1. Without talking about the merits of that claim, I’d say school textbooks should primarily cover settled science and better avoid going too deep into stuff that is still very fluid. Also the depth possible for school textbooks is limited. Other topics facing that problem would e.g. be quantum and particle physics.

      1. Hi Hartmut,
        I don’t know of any scientists who are “unsettled” over the fact that the genome is regulated by the epigenome. Think of the genome as “hardware” and the epigenome as “software.” When you were conceived, a single cell developed into over 200 different cell types, all with identical genomes, but vastly different epigenomes. There is nothing “unsettled” about the fact of epigenetics, yet it is missing in the textbooks up for adoption. If you care about giving Texas students the best they deserve, then please care about getting epigenetics taught in this round of textbooks.

          1. You’re right Gary, I am going to need a bigger boat for all the students who are jumping off the public school ship because of the poor education they’re receiving. I am going to need an entire fleet of homeschool/private school ships for all those interested in something other than textbooks filled with 20th Century science.

          2. It’s rich to complain about failing public schools when you’re calling on those same schools to lie to students and teach junk science in their classrooms.

          3. Hi Dan, referring to epigenetics as “lies and junk science” is like referring to genetics in the same way. Clearly, you don’t understand it, but I would be happy to bring you up to speed on this fascinating field of study. One reason public schools are failing is because groups like TFN are wasting time worrying about embryo drawings from the early 1900s instead of promoting good math and science education. Y’all overemphasize the creation/evolution stuff, instead of promoting testable science we can all agree on. We’re all Texans here, and I know there’s more we have in common than just that! It would be great if we could have a common goal of demanding 21st Century science be taught in Texas textbooks.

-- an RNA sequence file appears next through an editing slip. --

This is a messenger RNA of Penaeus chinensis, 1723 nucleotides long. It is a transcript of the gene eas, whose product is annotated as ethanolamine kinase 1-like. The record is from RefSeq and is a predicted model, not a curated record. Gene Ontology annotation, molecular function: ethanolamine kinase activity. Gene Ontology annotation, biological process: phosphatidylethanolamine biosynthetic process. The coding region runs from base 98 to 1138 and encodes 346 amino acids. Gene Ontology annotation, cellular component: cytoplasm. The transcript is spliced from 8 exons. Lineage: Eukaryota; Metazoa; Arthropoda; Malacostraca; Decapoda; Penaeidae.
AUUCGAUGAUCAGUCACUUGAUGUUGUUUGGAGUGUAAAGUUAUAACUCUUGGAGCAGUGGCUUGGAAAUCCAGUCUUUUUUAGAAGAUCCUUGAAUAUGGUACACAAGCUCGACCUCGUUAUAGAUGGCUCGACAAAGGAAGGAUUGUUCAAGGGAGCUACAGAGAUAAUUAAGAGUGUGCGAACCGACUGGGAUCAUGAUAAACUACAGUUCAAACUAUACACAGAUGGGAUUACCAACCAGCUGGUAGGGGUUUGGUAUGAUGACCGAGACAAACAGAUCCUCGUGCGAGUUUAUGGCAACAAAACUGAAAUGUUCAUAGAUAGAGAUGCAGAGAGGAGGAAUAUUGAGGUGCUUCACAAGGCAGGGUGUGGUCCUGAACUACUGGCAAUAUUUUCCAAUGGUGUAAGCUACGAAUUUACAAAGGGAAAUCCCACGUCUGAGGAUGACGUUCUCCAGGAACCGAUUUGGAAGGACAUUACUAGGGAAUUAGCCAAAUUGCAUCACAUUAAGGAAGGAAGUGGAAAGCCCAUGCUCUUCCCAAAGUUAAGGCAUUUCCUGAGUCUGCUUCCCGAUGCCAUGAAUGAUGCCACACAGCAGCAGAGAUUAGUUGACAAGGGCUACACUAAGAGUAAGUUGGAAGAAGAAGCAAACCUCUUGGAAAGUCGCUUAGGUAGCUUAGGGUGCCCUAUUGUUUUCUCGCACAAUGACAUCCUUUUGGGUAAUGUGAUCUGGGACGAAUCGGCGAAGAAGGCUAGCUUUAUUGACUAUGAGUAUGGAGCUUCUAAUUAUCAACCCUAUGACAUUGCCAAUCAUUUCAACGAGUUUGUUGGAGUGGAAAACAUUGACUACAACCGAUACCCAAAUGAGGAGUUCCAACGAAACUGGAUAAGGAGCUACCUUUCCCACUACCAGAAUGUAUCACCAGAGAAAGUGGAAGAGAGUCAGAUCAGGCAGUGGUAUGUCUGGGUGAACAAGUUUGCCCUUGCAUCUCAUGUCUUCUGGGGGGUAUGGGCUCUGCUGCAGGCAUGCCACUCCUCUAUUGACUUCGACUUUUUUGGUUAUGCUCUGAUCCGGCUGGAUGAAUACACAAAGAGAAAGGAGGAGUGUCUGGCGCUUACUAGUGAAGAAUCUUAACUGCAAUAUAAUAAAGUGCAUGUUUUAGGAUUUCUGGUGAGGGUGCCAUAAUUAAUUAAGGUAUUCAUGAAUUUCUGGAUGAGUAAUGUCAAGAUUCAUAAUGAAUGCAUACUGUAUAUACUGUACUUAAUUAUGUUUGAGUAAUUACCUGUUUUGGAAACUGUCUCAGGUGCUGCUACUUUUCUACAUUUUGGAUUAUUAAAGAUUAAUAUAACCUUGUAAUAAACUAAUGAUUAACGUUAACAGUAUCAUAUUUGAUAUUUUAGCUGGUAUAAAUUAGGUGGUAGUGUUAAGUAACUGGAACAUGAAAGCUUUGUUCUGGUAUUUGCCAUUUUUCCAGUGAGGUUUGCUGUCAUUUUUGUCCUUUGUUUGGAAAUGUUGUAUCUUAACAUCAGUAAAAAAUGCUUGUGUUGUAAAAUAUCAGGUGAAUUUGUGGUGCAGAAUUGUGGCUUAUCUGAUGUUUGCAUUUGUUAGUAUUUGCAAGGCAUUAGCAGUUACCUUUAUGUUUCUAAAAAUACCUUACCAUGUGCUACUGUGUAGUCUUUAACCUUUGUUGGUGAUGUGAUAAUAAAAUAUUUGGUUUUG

4. You might as well take it elsewhere, David. You’re free to stay and post, but nobody’s buying what you’re selling here.

          5. I know why I care Gary, but why do you care? I care about liberty and justice for ALL children, and part of that means giving them the most liberal education possible. What happens when the students I’m teaching are learning about 21st Century Science, but government school students aren’t? Well, the homeschool students will have an unfair advantage. My company’s (diveintomath.com) math and science standards are already higher than any state standards in the nation, so we don’t need to make it any worse by publishing textbooks filled with 20th Century Science. Not every child has loving parents that can take the time to homeschool them. Some loving parents are in tough financial situations and don’t have time or $ to do it. Some parents don’t care. Is that really what you want to do, give their children crappy textbooks that will leave them at an even further disadvantage? If that’s not what you want, then quit worrying about Noah’s ark, and be an advocate for getting 21st Century Science into textbooks.

          6. Gary, you are correct. Questions about Earth age are not scientific questions, they are historic questions. I’m glad we found something we can agree on!

          7. Home schooled children may just as likely be subjected to junk science. The reason that book selection is important to publishers is the size of adoptions in Texas. Would they, in fact, publish bad science just for the $$ gained by publishing to the masses, influenced by the creationist Texas School Board. Geez, how sad! A good teacher, might, for some higher learners bring in new science, and new ideas, possibly, as well as old ones — sometimes at his/her own risk. I did (comparative mythology in English). That was fun. At any rate, there are two ideologies going on: Money and Idiocy.